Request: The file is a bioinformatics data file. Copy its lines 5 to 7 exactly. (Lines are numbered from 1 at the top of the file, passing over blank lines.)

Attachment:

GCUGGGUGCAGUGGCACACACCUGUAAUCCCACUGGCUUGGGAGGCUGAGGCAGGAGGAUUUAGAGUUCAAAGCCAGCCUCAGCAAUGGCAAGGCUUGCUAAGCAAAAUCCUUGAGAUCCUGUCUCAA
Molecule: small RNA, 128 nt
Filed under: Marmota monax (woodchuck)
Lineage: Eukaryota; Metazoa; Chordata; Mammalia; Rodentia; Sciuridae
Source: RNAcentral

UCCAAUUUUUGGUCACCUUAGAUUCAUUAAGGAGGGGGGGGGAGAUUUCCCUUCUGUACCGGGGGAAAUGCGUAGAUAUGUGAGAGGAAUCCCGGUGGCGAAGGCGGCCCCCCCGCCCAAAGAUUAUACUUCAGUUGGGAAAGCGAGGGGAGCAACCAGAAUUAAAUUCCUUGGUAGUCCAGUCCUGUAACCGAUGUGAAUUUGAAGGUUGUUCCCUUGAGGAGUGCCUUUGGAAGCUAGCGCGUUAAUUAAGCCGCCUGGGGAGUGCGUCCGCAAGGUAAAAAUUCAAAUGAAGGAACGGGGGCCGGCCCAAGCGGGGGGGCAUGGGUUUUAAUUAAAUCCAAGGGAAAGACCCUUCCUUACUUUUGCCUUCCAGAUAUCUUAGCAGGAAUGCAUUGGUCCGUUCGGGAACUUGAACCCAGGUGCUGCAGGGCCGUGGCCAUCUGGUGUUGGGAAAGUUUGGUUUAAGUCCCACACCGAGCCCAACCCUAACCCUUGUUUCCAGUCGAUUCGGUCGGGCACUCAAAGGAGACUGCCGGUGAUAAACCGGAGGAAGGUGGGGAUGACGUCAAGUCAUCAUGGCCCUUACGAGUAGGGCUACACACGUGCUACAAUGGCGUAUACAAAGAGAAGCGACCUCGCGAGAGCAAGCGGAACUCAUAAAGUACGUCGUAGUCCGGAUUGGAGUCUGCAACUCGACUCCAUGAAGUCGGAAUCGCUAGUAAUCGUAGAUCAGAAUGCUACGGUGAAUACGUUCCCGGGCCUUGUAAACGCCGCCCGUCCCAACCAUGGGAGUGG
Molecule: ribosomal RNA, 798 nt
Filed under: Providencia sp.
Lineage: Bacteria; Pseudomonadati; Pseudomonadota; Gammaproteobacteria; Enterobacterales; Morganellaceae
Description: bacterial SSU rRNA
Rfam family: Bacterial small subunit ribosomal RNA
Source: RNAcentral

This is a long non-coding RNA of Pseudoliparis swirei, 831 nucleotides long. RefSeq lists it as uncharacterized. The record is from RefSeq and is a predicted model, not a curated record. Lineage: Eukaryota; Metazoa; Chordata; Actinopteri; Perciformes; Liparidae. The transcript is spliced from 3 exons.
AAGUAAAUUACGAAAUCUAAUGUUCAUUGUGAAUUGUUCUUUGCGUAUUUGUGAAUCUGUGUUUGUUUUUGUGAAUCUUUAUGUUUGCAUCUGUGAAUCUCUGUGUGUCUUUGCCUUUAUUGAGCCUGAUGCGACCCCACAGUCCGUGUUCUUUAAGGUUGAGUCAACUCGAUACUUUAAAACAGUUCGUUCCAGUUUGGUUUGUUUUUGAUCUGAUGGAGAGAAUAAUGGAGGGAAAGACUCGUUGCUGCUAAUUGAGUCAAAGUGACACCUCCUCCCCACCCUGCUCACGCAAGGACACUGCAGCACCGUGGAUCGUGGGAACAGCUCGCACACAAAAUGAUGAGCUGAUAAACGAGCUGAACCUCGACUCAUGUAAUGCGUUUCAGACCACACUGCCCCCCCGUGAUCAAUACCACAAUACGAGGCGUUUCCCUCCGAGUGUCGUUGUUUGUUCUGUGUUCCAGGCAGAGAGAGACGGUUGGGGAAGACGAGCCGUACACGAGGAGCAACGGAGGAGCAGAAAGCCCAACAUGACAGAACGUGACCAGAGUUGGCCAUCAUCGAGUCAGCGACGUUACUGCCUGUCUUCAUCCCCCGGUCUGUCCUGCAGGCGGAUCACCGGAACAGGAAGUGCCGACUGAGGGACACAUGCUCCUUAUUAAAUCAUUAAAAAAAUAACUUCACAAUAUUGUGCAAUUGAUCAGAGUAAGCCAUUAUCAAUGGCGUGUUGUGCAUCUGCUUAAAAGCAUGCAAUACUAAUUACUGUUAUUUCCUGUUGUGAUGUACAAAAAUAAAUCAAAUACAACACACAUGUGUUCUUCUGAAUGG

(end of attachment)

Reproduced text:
Source: RNAcentral

UCCAAUUUUUGGUCACCUUAGAUUCAUUAAGGAGGGGGGGGGAGAUUUCCCUUCUGUACCGGGGGAAAUGCGUAGAUAUGUGAGAGGAAUCCCGGUGGCGAAGGCGGCCCCCCCGCCCAAAGAUUAUACUUCAGUUGGGAAAGCGAGGGGAGCAACCAGAAUUAAAUUCCUUGGUAGUCCAGUCCUGUAACCGAUGUGAAUUUGAAGGUUGUUCCCUUGAGGAGUGCCUUUGGAAGCUAGCGCGUUAAUUAAGCCGCCUGGGGAGUGCGUCCGCAAGGUAAAAAUUCAAAUGAAGGAACGGGGGCCGGCCCAAGCGGGGGGGCAUGGGUUUUAAUUAAAUCCAAGGGAAAGACCCUUCCUUACUUUUGCCUUCCAGAUAUCUUAGCAGGAAUGCAUUGGUCCGUUCGGGAACUUGAACCCAGGUGCUGCAGGGCCGUGGCCAUCUGGUGUUGGGAAAGUUUGGUUUAAGUCCCACACCGAGCCCAACCCUAACCCUUGUUUCCAGUCGAUUCGGUCGGGCACUCAAAGGAGACUGCCGGUGAUAAACCGGAGGAAGGUGGGGAUGACGUCAAGUCAUCAUGGCCCUUACGAGUAGGGCUACACACGUGCUACAAUGGCGUAUACAAAGAGAAGCGACCUCGCGAGAGCAAGCGGAACUCAUAAAGUACGUCGUAGUCCGGAUUGGAGUCUGCAACUCGACUCCAUGAAGUCGGAAUCGCUAGUAAUCGUAGAUCAGAAUGCUACGGUGAAUACGUUCCCGGGCCUUGUAAACGCCGCCCGUCCCAACCAUGGGAGUGG
Molecule: ribosomal RNA, 798 nt